Dzogchen Meditation

Stillness, Occurrence and Noticing

When embarking on meditation practice in the Mahamudra tradition, the meditator is taught three aspects: stillness occurrence, and noticing.

The cultivation of stillness means to train in cutting off involvement in memories; you disengage from entertaining any thought about what has happened in the past. The same regards the future; you are not supposed to construct any plans about the next moment. And in the present, right now, simply and completely let go. Drop everything and settle into nowness. In the Mahamudra tradition, stillness refers to just being this way—not following thoughts about the past, the future, or the present, not churning out any new thoughts.

A beginner will notice that totally letting be without any thought involvement does not last that long. Due to the karmic force of the energy currents, new thoughts are formed—thoughts grasping at subject and object, at the pleasant and unpleasant. The activation of such patterns is known as occurrence.

When the attention is quiet and still, there is a knowing that this is so. When one is involved in thinking about this and that, there is a knowing that this is so. In this context of stillness and thought occurrence, this knowing is called noticing. These are the three aspects known as stillness, occurrence and noticing.

Now, the training is this: each time you notice that you are thinking of something, you disengage from it and pull back—suspending your attention—into being quiet, into being still, an simply remain like that. When after a while you notice that you are thinking about something, again simply return to the stillness. That is the training. By repeating this over and over, you become more familiar, more experienced. That is how to progress.

As you grow more capable, there comes a point when the thought occurrences no longer have such a strong hold on the attention. It becomes easier to arrive back in the quietness. Then later, every time a thought again begins to stir, rather than getting caught up in it, we are able to simply remain, until the force of the thought occurrence weakens and the aware quality grows and strengthens. The dividing line between stillness and occurrence fades away. That is the point at which we can recognize the actual identity of noticing what it really is. In other words, vipashyana can begin.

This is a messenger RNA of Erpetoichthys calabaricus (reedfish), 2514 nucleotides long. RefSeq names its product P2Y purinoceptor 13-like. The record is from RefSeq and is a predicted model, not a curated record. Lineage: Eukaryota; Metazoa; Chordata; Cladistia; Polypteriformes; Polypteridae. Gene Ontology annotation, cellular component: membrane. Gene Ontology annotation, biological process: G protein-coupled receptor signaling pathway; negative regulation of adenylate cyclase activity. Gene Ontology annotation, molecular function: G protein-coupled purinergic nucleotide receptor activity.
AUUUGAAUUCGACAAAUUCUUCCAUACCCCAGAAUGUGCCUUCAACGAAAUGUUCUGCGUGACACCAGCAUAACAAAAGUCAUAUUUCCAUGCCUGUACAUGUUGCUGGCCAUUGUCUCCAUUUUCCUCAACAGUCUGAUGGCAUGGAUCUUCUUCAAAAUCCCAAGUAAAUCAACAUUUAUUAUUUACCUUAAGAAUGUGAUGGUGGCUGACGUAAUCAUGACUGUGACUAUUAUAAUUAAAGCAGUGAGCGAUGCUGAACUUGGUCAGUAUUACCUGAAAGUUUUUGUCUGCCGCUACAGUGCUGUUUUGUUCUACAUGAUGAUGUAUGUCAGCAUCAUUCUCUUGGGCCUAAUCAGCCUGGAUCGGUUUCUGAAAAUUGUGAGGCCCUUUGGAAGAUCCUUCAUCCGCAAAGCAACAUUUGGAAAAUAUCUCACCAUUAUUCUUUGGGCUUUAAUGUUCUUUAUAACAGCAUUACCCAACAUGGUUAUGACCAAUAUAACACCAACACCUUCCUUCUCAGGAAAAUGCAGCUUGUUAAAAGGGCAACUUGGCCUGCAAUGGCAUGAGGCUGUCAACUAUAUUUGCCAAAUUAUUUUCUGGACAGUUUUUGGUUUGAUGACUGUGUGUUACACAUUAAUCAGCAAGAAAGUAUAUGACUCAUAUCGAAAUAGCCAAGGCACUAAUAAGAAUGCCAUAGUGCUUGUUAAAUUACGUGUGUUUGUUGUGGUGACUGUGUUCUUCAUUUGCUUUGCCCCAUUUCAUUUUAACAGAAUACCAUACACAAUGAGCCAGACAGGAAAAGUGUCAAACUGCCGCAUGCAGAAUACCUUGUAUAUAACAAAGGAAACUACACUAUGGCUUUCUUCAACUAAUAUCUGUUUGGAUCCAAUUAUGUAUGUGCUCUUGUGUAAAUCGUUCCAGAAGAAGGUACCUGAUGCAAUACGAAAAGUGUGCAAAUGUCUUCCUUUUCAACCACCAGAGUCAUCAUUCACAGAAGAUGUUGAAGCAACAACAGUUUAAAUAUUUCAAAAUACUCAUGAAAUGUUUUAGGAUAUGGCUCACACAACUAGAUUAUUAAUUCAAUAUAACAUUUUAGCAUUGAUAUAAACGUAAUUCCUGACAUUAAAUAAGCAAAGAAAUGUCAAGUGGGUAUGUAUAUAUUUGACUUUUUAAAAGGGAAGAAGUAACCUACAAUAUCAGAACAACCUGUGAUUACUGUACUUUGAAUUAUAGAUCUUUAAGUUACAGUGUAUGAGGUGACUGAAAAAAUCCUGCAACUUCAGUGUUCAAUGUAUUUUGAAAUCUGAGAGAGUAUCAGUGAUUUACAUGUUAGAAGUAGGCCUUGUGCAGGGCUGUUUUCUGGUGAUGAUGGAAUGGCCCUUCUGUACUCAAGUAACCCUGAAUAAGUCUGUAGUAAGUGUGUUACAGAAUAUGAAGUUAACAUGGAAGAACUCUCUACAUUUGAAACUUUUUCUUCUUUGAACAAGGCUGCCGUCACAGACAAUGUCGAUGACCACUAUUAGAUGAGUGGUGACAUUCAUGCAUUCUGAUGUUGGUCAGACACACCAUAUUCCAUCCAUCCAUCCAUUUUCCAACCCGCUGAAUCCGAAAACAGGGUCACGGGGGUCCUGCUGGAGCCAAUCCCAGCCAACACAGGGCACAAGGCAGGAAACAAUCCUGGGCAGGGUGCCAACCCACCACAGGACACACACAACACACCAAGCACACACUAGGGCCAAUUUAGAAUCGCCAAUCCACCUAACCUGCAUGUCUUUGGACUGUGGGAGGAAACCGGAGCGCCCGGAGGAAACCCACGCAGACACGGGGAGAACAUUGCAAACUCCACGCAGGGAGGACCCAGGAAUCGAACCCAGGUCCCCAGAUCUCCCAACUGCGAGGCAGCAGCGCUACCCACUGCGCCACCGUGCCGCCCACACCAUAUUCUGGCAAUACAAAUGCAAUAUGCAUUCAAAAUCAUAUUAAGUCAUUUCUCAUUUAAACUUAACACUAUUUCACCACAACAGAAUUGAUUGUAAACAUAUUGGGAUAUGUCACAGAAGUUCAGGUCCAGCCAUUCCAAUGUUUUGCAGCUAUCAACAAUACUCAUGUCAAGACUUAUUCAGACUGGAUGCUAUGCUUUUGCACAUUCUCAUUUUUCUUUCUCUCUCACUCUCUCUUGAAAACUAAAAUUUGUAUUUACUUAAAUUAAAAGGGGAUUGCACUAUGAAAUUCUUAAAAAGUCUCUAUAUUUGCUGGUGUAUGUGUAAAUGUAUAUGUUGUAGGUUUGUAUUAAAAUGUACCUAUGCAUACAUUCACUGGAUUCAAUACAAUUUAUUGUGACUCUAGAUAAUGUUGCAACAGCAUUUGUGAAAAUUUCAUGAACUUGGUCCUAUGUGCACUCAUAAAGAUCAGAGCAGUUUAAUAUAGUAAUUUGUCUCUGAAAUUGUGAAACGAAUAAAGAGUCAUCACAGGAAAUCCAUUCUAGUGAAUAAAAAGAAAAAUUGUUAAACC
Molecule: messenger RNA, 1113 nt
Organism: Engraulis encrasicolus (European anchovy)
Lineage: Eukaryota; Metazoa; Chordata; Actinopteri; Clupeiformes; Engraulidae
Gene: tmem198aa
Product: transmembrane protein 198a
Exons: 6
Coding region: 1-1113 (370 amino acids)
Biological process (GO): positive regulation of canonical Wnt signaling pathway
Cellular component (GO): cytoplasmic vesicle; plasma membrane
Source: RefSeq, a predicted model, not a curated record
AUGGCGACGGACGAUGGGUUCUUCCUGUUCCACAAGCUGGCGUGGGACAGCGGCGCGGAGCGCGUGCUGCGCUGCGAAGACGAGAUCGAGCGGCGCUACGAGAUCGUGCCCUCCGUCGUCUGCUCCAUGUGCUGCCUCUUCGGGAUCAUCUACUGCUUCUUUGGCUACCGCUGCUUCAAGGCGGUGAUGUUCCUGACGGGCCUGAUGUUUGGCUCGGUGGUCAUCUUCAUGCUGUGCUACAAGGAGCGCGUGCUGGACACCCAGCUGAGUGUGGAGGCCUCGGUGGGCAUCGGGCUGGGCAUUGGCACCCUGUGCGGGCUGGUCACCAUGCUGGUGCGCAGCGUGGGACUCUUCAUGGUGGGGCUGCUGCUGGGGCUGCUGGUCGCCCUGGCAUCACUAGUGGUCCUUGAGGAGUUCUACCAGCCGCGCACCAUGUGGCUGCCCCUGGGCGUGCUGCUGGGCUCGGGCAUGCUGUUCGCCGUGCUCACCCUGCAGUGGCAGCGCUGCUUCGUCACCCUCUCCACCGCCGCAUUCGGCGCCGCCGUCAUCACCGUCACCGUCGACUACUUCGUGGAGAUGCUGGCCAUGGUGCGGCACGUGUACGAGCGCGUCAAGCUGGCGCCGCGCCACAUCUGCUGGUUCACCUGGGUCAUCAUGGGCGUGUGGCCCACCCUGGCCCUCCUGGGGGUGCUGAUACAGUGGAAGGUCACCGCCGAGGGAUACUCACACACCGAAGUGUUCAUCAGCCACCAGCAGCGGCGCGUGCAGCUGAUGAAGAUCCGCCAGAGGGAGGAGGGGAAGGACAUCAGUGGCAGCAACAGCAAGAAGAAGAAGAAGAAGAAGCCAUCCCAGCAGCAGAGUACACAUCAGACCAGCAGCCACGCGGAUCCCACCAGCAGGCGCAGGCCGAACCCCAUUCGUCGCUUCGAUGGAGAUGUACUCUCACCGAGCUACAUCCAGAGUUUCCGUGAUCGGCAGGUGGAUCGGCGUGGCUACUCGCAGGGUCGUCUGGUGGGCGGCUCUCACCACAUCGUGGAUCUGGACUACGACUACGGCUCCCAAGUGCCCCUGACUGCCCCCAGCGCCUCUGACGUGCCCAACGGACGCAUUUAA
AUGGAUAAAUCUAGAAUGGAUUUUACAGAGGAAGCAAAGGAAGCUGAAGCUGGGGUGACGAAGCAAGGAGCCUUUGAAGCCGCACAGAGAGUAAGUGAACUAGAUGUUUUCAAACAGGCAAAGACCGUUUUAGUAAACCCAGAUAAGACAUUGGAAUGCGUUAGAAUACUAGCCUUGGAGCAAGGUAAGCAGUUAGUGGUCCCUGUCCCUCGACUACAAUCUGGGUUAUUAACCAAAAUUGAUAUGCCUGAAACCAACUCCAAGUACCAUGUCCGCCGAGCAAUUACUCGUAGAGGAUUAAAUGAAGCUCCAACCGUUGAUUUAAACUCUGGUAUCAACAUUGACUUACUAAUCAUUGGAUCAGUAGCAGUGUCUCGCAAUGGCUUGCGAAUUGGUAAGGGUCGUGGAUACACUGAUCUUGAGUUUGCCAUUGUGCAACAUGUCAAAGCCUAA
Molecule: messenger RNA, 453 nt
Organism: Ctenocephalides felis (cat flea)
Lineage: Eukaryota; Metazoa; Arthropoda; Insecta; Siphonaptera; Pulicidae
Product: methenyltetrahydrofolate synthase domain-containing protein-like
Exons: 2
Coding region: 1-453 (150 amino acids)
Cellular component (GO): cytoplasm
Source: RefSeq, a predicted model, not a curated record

The great yogi Milarepa said, “In the gap between the past thought and the following thought, thought-free wakefulness continuously dawns.” This is the way it is whether you recognize it or not, so the difference is to recognize. The opportunity to recognize is there all the time, and that is the training. In the beginning, a thought vanishes; that is called stillness. Next a new thought arises; that is called thought occurrence, and one notices that these are happening. These three—stillness, thought occurrence, and noticing—have to do with becoming increasingly aware of the gap between thought. This aware quality grows stronger and stronger, which happens only through training; you cannot pull on the gap to make it bigger. You cannot artificially increase the power of training. At some point, once you recognize that which notices and what the awake quality is, that is the difference between shamatha and vipashyana in this context.

If your shamatha practice is simply training in being absentminded, remaining in a neutral, indifferent state without any thought activity whatsoever, this is known in the Dzogchen system as the all-ground. It is simply a way of being free of thought involvement. When attention becomes active with the expanse of the all-ground, according to Dzogchen, that activity is known as dualistic mind. But when the dividing line between stillness and thought occurrence fades away and instead the strength of the aware quality is intensified, that awake quality, according to Dzogchen, is known as rigpa. Depending on whether one is using the Mahamudra system of the Dzogchen approach, there are different terminologies, but the actual training is essentially the same in both cases.

Trulshik Rinpoche
“Correlating Mahamudra and Dzogchen"